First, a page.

Is there anything worse than receiving a demand letter for patent infringement in a given country? Yes! Receiving a demand letter for patent infringement in multiple countries.
Three ways to gain control
The good news for organizations with patent assets across several jurisdictions is that there are a number of things you can do today (that is, as opposed to waiting around to get sued) to take back some control should such a situation arise.
Get your international team in place
Once you are sued, it can be quite a scramble to retain counsel and coordinate your response. With that in mind, use the time you have now to organize and assemble your global team, focusing first on your most important markets. This way, you have ample time to clear any conflicts and get your team members up to speed and acquainted with one another.
To this end, it is most efficient to retain an experienced multinational firm capable of quickly launching a seamless global defence strategy for your patent assets. At Gowling WLG, we have IP litigators in Canada, Europe, Russia, and China; in all other countries, our firm has access to an extensive network of excellent local firms with proven technical and legal expertise.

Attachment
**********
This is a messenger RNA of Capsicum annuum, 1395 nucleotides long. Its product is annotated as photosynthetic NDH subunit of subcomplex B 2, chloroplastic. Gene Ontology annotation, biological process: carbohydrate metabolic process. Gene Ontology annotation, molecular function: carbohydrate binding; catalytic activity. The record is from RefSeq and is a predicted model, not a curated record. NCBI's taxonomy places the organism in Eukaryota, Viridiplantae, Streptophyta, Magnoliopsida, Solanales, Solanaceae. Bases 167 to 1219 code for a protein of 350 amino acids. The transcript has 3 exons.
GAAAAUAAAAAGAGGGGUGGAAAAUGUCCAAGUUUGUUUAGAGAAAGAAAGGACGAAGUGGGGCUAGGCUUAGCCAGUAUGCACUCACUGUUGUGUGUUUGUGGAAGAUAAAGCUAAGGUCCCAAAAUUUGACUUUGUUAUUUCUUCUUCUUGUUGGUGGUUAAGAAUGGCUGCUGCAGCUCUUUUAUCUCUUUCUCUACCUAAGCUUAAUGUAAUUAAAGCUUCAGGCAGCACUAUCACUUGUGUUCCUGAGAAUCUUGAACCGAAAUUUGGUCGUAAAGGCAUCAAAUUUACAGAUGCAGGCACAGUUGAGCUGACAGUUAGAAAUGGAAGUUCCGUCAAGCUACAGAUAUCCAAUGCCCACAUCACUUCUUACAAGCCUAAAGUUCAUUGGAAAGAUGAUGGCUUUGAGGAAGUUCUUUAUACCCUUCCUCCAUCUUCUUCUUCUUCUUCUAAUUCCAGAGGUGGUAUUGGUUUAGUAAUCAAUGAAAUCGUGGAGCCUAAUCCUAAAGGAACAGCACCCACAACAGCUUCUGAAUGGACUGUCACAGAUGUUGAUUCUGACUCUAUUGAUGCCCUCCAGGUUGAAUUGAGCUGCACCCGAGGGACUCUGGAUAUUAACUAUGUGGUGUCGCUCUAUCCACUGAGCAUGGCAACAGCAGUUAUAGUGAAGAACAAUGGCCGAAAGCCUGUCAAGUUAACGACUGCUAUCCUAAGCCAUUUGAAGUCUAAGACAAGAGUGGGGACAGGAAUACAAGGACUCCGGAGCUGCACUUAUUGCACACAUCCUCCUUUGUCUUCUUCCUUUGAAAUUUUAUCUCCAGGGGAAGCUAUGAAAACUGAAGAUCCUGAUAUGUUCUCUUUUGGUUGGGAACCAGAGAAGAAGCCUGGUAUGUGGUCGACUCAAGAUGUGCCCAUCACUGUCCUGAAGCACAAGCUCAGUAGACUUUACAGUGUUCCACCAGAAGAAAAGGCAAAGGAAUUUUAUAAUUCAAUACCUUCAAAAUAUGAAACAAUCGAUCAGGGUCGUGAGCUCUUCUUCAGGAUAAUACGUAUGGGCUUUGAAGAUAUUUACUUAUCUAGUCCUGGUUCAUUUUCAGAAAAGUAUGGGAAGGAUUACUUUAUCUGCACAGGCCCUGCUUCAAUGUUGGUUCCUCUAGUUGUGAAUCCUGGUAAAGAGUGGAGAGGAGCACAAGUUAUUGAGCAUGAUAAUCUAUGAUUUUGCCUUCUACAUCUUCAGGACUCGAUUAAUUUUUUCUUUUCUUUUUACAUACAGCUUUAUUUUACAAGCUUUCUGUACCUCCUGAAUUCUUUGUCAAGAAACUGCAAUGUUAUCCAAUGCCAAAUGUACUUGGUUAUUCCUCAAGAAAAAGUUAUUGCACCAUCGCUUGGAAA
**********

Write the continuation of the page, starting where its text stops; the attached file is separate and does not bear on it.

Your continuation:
Reassure your licensees
Most industries constitute small worlds unto themselves, and your licensees and subsidiaries may very well get wind of any trouble brewing with your patent assets. If so, they may grow increasingly nervous about being shut down or sued as well.
A key question to ask yourself is whether you have given your licensees an indemnity whereby you pay for costs of defending patent litigation against them. If you have not, you can be sure that your licensees will be asking you to protect them, so you should start thinking about the terms.
Importantly, if you are still onboarding new licensees and they ask for an indemnity, you will want to structure your agreement and your royalty fees to ensure that you are covered for taking on the additional risks of having to make good on your indemnity.
Consider offensive strategies
As a potential defendant, there is a lot you can do to distract and annoy. One way you can do this is through the filing of anonymous patent challenges, which is permitted in many national patent offices around the world. This will achieve your goal of distracting the patentee by forcing it to spread its resources more thinly and making it feel less confident that its patent would survive a validity challenge before a court if it were to sue.
They may, of course, suspect you are behind all these anonymous challenges, but they won't know for sure. For patentees, this can be a vexing source of uncertainty.
The above are some actions you can take to maintain control of the situation when you suspect that a patentee has set its sights on you. Again, taking meaningful action now is much better than simply living with a sinking feeling of dread and trying to avoid process servers. To learn more, contact any member of Gowling WLG's global IP Team.